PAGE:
Some things are as predictable as the fall foliage and the winter snows, and one of those is the recurring critique of foreign languages and the foreign language requirement at HSC. Raymond Owen’s article in the Tiger (10/26/2012) is the most recent iteration of this time-worn chestnut.
Let’s leave aside for a moment the numerous studies that point to the unquestionable advantages of learning another language (including slowing down the early onset of Alzheimer’s disease) and concentrate on Mr. Owen’s central premise: that most H-SC students are not adequately equipped to profit from foreign-language instruction (other than Latin) because they are ill-prepared even in their native tongue and should therefore focus on mastering their own. On this central point, the Modern Languages department agrees: the poor preparation our students receive in foreign languages makes their learning curve in languages unnecessarily steep in college. We expect that Mr. Owen would agree that the fault for this lies with a woefully shortsighted, if not ignorant, educational policy. Some key educators in our society seem to believe that our youth do not need another language. As a result, many students, through no fault of their own, remain deeply ambivalent and distrustful towards languages because they have not been given the tools to succeed in them.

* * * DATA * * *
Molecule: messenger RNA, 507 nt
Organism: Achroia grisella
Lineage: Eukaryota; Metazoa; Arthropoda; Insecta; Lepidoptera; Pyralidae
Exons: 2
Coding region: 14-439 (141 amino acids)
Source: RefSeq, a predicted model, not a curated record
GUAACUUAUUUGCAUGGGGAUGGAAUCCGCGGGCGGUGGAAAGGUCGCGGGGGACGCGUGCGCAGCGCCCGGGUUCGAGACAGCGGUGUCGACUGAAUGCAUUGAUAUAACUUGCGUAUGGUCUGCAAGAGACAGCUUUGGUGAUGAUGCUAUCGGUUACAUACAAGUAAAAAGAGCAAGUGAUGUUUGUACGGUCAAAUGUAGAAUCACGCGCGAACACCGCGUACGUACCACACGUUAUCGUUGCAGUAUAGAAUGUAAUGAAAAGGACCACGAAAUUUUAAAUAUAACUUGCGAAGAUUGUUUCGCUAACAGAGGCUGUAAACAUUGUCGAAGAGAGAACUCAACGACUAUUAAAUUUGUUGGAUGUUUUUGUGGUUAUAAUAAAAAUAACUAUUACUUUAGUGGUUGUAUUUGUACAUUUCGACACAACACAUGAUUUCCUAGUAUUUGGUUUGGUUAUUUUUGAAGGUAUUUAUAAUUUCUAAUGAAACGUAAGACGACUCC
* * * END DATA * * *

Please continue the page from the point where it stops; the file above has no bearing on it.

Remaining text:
College should be the place to correct those misperceptions and set our students on the road toward foreign-language proficiency. Of course, it remains difficult, particularly if sentiments such as those reflected in Mr. Owen’s article persist. But college is also the place where Americans should learn that we cannot remain isolated from world-wide trends. All over the world, young students are learning foreign languages. They are becoming global citizens. They are developing the marketable skills that foreign languages and the exposure to foreign cultures provide. Learning a foreign language is no longer a luxury or mark of distinction, as in the age of Jefferson; it has become a necessity in a world in which global competition is a clear and ever-present reality. In my years of teaching German at H-SC, I have noticed my students getting better at foreign languages and showing greater interest. Perhaps that is because they get it. It is our hope that more Americans get it, especially in a liberal-arts college like H-SC. For only in this way will we in the United States retain our competitive edge and remain global leaders.
Dr. Dirk Johnson
Chair of Modern Languages